The move came after provincial health officer Dr. Bonnie Henry announced a pause on use of the same vaccine for anyone under 55 on the advice of the National Advisory Committee on Immunization over concerns about rare blood clots.

– The Canadian Press

7:45 a.m. – U.S. weekly death toll rises again

The weekly death toll from Covid-19 in the U.S. rose for the first time since February, topping 7,000 for the period ending Sunday.


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Fatalities are again averaging about 1,000 a day, data compiled by Johns Hopkins University and Bloomberg show.

Meanwhile, infections have climbed for four straight weeks — the longest streak since November.

Two weeks ago, the director of the Centers for Disease Control and Prevention warned of “impending doom” even though more people are getting vaccinated.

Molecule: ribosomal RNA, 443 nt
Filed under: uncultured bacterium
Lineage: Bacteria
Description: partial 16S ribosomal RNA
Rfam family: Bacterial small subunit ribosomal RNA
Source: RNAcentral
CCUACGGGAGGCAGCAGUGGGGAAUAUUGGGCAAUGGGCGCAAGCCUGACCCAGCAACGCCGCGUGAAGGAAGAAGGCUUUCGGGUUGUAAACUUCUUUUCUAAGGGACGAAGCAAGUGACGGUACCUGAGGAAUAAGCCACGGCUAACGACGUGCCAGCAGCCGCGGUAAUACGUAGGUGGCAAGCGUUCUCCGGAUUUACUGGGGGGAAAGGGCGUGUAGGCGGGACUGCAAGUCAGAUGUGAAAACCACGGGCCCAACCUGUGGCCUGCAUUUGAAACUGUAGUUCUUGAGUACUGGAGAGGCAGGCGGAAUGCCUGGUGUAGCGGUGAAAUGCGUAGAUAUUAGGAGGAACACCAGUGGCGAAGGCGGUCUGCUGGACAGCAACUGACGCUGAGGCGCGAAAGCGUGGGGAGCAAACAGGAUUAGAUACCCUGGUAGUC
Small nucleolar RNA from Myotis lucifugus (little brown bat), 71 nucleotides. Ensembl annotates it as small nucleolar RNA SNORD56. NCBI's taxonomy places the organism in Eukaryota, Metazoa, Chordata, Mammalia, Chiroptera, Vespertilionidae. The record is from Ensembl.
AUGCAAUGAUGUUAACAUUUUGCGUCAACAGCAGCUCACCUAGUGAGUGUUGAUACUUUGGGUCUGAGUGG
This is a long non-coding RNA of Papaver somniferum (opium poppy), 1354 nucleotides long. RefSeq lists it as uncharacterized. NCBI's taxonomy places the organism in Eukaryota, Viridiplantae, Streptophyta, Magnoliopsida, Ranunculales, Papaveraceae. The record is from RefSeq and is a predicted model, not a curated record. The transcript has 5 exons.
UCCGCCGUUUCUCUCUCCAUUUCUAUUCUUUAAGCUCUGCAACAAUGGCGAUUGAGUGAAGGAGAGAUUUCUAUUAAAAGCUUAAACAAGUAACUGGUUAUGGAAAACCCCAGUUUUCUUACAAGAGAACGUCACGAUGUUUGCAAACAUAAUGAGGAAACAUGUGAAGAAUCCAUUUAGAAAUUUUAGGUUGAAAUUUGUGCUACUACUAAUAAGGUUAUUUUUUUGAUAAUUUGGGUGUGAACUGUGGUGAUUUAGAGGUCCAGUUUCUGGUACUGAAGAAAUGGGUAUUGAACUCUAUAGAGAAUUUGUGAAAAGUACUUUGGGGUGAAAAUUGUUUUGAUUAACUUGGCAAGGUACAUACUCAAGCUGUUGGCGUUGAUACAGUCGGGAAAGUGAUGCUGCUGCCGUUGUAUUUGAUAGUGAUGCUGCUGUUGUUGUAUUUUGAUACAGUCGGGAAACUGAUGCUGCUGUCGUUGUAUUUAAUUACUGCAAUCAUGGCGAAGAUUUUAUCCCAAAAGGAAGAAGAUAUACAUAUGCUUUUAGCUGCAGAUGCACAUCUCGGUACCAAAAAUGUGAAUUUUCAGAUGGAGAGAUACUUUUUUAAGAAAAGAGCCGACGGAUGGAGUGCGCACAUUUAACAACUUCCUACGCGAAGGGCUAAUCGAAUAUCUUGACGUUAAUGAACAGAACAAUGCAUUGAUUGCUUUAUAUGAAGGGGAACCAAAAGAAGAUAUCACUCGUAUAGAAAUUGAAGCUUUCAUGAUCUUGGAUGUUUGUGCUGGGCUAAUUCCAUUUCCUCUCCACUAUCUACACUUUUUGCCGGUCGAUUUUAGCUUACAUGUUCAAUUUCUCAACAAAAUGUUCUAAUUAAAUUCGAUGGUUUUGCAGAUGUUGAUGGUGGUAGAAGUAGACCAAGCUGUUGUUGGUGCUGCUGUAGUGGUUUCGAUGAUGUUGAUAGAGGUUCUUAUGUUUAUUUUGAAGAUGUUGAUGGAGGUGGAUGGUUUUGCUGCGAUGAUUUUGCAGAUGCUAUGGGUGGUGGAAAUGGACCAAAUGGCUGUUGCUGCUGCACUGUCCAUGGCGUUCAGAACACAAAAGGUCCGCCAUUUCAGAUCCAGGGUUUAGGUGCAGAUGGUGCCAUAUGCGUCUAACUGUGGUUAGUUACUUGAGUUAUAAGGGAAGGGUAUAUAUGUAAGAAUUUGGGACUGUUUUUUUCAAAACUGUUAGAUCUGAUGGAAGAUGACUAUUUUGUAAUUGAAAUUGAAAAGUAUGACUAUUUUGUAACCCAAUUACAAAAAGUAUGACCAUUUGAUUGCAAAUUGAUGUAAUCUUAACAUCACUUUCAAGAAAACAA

7:30 a.m. –  Most unvaccinated Canadians uncomfortable with AstraZeneca shot, poll shows

The majority of unvaccinated Canadians say they are uncomfortable with the idea of receiving the AstraZeneca COVID-19 vaccine, according to a online survey from Angus Reid.

Canadian provinces, acting on a recommendation from Canada’s National Advisory Committee on Immunization (NACI), suspended the use of the Oxford-AstraZeneca vaccine in people under age 55 last month after new data from Europe suggested the risk of blood clots is now potentially as high as one in 100,000 compared to the one in one million risk previously believed.

The news has had a significant impact on the public’s confidence in the vaccine with just 41 per cent of poll respondents saying they would be comfortable receiving the AstraZeneca jab.